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Today is Afghan Soldier’s Day

On Afghan Soldier’s Day, an opportunity to pause and reflect on the continuing struggle against oppression in Afghanistan.

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Afghan Soldiers' Day

At a small office in northern Virginia, far from our homes and families in Afghanistan, my fellow Afghan veterans and I are celebrating the courage and sacrifice of our countrymen.

On February 27, 2017, former president of Afghanistan Ashraf Ghani dedicated February 27 as Armed Forces Day. Ceremonies and events were held to honor the service of some 350,000 Afghans who fought to defend a new Government of the Islamic Republic of Afghanistan.

Seven years later, and less than three years since our government fell to the Taliban, “Soldier’s Day” is no longer celebrated in Afghanistan. For those of us forced to flee the country, we celebrate this day in exile.

We did not merely lose our government when the Taliban swept through Afghanistan in 2021. The dreams of countless young men and women were lost, too. Many of my countrymen, including former soldiers in the Afghan National Security Forces, have sought refuge in neighboring countries. They fled oppression and violence inflicted by the Taliban. Unfortunately, their circumstances remain dire as they struggle to find new homes and face mistreatment in their host nations.

Wearing the military uniform was a badge of honor. Like young Americans who courageously volunteer to fight for their country, defending Afghanistan was ingrained in our very beings. Each morning, we rose with determination to defend peace and stability in our nation, allowing our people to live free from the ravages of war and oppression.


But we were unsuccessful.

Unbeknownst to us, an extensive scheme was unfolding behind the scenes. Others were deciding our fate. The outcome of these decisions rendered meaningless the sacrifices made by more than 200,000 soldiers who died fighting the Taliban.

I remember celebrating Soldier’s Day in 2020 while stationed in Helmand Province. My four-year-old daughter, Angel, called from faraway Kabul Province and asked me to come home. When I arrived to surprise her on Soldier’s Day, there was joy in being reunited with her, and so much pride in wearing the uniform of my country. I cherish this memory. Four years later, such moments of warmth and surprise seem distant as I mourn the loss of my military uniform, my country and the joy of being with my wife and children, who remain in Afghanistan.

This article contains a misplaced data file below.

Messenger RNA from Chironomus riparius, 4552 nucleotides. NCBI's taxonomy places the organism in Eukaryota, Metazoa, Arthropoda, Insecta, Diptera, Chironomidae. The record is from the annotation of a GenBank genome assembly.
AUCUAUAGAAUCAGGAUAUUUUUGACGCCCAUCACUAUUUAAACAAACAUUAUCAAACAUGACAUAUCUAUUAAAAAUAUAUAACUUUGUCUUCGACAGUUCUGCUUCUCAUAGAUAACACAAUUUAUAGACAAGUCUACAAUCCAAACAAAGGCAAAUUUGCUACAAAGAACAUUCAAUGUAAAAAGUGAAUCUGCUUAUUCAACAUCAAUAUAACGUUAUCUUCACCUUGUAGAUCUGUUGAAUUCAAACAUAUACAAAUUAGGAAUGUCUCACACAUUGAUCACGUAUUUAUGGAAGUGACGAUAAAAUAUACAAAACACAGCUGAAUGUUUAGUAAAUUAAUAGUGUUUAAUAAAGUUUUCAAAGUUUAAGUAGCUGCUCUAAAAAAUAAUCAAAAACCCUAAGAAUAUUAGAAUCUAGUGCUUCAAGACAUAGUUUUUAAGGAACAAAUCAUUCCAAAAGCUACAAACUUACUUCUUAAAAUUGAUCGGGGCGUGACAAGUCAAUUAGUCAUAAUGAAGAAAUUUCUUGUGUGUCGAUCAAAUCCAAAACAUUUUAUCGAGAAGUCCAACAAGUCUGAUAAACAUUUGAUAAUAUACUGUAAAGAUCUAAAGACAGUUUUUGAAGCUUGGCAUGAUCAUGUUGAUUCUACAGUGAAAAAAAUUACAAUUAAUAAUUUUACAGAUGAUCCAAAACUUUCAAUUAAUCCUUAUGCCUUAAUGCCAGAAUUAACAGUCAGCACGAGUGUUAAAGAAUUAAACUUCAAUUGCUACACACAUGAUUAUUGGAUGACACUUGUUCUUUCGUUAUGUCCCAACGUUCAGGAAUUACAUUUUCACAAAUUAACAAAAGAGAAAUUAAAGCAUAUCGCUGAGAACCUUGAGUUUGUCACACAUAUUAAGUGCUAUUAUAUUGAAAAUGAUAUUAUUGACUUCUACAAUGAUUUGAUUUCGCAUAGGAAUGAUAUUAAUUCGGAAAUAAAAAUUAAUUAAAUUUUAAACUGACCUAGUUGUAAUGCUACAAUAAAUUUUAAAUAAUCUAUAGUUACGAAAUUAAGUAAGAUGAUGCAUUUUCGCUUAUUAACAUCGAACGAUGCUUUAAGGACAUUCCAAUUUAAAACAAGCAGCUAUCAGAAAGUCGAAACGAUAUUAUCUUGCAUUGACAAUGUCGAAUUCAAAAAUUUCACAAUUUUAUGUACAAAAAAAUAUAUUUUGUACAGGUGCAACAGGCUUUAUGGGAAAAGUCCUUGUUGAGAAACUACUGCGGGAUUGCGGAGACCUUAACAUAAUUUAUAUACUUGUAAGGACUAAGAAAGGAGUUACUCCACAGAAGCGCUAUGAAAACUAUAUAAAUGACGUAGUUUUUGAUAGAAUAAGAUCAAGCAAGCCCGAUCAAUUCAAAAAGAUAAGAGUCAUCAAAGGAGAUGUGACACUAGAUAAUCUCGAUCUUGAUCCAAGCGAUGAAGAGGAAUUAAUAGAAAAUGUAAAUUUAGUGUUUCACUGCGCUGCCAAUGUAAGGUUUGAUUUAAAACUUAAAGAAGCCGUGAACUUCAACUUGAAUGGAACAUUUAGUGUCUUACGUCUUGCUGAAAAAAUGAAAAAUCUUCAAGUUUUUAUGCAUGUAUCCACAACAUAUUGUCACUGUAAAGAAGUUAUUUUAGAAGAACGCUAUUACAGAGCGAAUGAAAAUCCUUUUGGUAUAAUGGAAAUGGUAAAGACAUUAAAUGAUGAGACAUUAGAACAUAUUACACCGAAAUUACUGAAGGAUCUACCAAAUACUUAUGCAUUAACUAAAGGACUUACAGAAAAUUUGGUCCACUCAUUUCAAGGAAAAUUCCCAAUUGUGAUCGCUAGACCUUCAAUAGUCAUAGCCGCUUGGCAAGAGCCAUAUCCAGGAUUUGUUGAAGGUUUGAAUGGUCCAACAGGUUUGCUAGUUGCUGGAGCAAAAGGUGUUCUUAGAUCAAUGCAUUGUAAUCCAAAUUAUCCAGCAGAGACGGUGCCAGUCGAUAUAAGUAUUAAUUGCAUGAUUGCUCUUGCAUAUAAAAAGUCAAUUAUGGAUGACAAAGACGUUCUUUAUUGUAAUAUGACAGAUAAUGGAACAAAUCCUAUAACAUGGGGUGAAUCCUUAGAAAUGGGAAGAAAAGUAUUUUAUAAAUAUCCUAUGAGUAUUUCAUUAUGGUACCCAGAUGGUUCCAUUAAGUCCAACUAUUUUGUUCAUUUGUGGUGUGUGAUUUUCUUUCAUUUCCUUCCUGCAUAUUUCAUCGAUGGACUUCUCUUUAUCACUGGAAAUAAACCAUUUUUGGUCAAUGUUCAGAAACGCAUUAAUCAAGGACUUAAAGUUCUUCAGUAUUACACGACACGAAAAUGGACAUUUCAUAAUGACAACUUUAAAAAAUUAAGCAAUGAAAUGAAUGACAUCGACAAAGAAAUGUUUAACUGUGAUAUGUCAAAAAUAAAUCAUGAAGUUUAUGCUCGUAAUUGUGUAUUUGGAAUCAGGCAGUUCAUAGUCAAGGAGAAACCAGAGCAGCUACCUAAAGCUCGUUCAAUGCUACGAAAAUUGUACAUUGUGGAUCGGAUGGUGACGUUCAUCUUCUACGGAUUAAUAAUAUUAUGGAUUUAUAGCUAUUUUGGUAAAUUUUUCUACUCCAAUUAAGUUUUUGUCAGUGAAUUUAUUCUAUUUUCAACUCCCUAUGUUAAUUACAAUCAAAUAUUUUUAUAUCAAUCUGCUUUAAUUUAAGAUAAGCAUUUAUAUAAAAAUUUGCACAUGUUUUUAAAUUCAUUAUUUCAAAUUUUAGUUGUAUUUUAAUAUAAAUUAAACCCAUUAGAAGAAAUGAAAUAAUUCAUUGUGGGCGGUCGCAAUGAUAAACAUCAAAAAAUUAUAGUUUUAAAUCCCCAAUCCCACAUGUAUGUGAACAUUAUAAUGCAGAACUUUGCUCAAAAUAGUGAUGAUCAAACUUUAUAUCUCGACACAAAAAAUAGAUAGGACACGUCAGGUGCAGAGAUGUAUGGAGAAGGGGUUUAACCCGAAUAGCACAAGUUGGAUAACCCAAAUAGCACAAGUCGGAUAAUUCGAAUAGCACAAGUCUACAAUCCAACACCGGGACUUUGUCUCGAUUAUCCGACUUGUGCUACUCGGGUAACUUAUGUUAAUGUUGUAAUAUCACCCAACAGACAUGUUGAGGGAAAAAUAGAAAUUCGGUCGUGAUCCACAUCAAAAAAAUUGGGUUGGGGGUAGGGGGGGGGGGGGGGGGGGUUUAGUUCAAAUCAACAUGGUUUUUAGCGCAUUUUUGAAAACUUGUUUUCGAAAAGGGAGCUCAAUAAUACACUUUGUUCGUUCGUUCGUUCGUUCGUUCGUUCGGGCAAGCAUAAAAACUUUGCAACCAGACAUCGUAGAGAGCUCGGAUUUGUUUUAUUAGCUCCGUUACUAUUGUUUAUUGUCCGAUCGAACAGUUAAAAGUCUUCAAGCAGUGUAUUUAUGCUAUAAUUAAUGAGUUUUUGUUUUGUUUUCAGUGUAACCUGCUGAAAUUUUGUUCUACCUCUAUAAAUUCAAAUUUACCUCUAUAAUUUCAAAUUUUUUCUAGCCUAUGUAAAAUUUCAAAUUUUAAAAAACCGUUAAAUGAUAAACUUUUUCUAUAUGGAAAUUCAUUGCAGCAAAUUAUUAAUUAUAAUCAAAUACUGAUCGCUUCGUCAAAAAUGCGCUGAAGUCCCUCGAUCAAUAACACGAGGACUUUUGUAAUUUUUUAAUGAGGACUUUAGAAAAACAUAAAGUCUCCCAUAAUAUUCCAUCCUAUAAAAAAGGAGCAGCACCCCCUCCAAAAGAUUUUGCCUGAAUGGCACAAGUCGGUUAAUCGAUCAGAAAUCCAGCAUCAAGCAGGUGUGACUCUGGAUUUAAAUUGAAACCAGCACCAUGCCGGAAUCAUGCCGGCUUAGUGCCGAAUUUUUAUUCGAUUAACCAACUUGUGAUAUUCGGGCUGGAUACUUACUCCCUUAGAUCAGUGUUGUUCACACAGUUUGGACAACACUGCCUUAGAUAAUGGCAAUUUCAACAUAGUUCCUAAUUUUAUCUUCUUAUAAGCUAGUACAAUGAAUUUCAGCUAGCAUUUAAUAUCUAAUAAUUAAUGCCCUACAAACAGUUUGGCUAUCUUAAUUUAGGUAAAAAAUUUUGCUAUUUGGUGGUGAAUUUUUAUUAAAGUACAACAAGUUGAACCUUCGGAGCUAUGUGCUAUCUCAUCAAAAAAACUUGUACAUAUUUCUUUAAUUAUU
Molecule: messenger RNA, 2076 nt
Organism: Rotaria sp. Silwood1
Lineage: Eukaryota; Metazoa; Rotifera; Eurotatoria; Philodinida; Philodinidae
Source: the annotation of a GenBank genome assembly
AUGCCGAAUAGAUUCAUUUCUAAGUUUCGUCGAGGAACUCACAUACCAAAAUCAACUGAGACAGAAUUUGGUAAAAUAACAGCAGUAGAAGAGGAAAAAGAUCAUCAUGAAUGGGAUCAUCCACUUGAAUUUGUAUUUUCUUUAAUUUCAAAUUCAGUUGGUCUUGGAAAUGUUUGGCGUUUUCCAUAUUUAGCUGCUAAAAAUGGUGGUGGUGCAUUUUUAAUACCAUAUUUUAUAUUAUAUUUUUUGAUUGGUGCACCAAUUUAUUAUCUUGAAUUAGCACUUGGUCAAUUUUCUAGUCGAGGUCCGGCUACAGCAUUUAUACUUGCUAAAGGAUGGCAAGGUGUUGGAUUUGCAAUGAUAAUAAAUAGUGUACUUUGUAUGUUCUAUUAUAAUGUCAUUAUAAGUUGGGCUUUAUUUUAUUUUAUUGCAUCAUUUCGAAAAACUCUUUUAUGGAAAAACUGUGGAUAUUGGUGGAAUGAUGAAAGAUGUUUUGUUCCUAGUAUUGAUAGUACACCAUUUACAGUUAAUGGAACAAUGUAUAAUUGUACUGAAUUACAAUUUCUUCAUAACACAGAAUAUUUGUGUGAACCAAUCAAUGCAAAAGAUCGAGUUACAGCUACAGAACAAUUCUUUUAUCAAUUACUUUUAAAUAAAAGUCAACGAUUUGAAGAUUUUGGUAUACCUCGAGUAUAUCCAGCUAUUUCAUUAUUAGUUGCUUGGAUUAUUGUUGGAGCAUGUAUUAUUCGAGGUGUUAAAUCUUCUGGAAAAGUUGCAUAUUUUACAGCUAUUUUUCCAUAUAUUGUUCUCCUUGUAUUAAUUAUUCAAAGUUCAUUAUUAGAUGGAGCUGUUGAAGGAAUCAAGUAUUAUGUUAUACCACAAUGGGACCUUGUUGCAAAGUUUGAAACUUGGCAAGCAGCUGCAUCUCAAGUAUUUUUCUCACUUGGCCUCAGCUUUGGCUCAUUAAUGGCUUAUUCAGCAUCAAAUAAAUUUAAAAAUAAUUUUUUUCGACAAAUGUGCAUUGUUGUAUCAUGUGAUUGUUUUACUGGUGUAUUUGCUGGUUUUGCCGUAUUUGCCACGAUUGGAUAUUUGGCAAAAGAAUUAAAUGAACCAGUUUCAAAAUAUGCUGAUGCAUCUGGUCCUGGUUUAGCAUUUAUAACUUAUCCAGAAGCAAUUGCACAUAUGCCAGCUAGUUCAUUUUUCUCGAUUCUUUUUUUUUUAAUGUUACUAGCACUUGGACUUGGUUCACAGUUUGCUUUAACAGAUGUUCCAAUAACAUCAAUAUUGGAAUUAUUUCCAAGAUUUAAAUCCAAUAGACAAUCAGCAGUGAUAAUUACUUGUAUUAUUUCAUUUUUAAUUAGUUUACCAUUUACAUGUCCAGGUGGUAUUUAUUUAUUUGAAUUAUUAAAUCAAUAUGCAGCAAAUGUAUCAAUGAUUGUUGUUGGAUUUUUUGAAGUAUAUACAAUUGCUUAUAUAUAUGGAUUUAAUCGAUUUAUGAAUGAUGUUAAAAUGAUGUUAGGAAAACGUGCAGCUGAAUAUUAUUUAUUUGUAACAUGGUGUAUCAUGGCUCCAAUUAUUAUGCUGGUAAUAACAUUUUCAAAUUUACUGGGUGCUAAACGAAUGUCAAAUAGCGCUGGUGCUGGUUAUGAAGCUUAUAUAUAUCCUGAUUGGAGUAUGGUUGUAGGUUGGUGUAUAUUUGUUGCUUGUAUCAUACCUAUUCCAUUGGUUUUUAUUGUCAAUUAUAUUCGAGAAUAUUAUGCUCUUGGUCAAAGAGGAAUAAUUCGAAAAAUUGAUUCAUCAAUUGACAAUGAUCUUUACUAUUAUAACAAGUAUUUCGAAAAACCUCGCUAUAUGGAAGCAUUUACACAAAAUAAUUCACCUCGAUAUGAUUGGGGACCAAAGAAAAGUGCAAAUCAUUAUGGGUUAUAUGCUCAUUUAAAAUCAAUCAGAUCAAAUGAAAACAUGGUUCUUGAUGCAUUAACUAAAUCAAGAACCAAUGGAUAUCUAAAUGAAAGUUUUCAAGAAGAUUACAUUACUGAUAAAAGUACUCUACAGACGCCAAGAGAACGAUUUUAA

We lost many things but have kept our faith.

Today, let us honor the memory of our fallen friends and comrades in Afghanistan. Let us strive to uphold the values they bravely defended. Though our paths have diverged, the Afghan soldier’s commitment to peace and justice remains the same. May we never forget the sacrifices made in the name of country and freedom, and may the legacies of Afghan soldiers inspire future generations to strive courageously for a world free from conflict and oppression.


This article was originally published by RealClearDefense and made available via RealClearWire.

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COL. Parwani is an officer in the Afghan National Army and a member of the Afghanistan United Front, which seeks to return Afghanistan to constitutional order so that Afghans can enjoy freedom, peace and prosperity.

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John J. Waters graduated from the U.S. Naval Academy. He served in the Marine Corps on deployments to Afghanistan and Iraq. He lives with his family in Nebraska, where he was born.


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